Community road test proves small changes for animals can facilitate broad outcomes

Having eleven different nationalities and cultures represented during our road test allowed us to look at the overall process.Here at the International Fund for Animal Welfare, we have long wanted to extend our impact for dogs and cats beyond our flagship projects.

A recent meeting of our dog and cat rescuers from around the world gave us the opportunity to able to road test a workshop process our team designed to help communities develop their own humane, sustainable plans to improve the welfare of the dogs and cats they live with.

We know communities differ hugely around the world, and that there is no single solution to dog and cat welfare issues, however there are some common characteristics:

·         No one will, at first, agree on the root cause of ‘the problem’

·         There will be plenty of blame floating around 

·         No one will have enough time or money to address the issue

·         Objective data on the individual animals will be scarce

·         Objective data on people’s attitudes and behaviors will also be scarce

·         Everyone would like someone else to solve the problem for them

Our humane community development process uses facilitated workshops specially designed to bring the various stakeholders in a community together. The stated goals include building consensus and commitments so a plan is then developed, owned and implemented by the community itself. 

This is far from as straightforward as it might sound since people concerned with dog and cat problems frequently have strong and divergent opinions on both the causes and potential solutions! 

Having eleven different nationalities and cultures represented during our road test allowed us to look at the overall process through many different lenses, and from the perspectives of people, as well as dogs and cats.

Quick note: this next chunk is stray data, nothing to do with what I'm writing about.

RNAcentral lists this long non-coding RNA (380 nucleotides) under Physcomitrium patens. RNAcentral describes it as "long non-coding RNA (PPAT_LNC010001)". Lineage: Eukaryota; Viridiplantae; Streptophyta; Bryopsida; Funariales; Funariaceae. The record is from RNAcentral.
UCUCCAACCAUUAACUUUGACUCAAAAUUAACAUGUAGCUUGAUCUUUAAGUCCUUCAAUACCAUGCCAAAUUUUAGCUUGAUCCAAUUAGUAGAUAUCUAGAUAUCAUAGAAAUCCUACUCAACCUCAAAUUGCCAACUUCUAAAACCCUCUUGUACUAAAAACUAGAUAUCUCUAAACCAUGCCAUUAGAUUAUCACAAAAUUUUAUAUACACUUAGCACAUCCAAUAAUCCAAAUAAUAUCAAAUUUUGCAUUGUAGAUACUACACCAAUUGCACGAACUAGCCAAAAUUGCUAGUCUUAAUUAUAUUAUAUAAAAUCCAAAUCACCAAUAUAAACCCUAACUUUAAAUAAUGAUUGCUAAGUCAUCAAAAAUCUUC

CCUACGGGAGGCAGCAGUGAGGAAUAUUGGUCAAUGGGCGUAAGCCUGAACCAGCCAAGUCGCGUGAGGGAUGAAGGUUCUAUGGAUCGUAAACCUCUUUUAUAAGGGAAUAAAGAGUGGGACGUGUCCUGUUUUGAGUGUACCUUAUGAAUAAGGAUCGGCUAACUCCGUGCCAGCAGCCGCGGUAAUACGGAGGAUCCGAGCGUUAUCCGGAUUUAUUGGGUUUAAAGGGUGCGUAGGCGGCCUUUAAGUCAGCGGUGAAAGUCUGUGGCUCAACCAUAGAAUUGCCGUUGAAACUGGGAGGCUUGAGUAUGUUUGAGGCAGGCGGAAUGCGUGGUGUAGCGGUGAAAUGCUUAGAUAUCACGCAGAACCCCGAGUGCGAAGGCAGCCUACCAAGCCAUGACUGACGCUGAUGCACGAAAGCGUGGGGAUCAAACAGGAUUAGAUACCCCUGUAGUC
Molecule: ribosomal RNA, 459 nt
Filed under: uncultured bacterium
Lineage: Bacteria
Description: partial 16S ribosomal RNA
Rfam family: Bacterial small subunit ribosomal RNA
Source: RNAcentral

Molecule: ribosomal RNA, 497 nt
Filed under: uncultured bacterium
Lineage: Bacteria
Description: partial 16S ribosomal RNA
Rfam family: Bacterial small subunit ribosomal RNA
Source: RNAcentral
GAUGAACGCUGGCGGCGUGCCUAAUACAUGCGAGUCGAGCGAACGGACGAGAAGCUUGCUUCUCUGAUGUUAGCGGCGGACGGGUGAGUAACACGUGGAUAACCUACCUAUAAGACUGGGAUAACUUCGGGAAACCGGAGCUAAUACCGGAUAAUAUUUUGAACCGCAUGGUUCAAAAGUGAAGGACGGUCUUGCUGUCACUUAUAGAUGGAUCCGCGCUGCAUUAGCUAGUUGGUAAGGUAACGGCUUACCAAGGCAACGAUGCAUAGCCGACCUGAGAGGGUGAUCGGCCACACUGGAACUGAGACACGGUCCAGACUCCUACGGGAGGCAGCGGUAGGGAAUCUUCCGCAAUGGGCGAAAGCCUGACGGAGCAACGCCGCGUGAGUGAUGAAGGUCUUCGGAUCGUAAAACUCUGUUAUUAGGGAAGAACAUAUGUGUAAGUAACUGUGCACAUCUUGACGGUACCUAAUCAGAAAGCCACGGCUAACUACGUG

Our project field staff, emergency responders, veterinarians and campaigners brought their expertise and real-life experiences to bear on our design and their keen insight helped us refine the workshop to be more robust and applicable across communities. 

We deconstructed the workshop exercises and examined them from the perspectives of a wide variety of stakeholders, from municipal agencies, public health departments to veterinarians and the whole range of animal rescuers.

The team was really pleased to find that some of the participatory methods and exercises that have long been used by Human Development agencies work extremely well in this context.  Helping people learn by doing is extremely powerful and we found, as we had hoped, that it led to ‘aha’ moments when people felt their own assumptions shift and unforeseen opportunities open up in the various scenarios we presented them with.

We know that communities facing a dog or cat crisis want swift, decisive action, and hope desperately for a universal panacea. 

However, we also know that sustainable humane solutions are harder to come by and rely on changing human behaviour.  

What the range of people at our meeting confirmed for us was; breaking those changes down into manageable pieces and assigning them to people who can actually make the change is a powerful model.

We are now moving ahead on the road, forging coalitions, extending our impact and, most importantly, creating a realistic perspective for improving the lives of millions of dogs and cats around the globe.


For more information on the International Fund for Animal Welfare’s Dog & Cat program, visit our campaign page.

Post a comment


Cynthia Milburn, Director, Animal Welfare Outreach & Education
Senior Advisor, Policy Development
Gail A'Brunzo, Manager, Wildlife Rescue
Manager, Wildlife Rescue
Jan Hannah, Campaign Manager, Northern Dogs Project
Campaign Manager, Northern Dogs Project
Kate Nattrass Atema, Program Director, Community Animal Welfare
Program Director, Community Animal Welfare
Shannon Walajtys
Manager, Animal Rescue-Disasters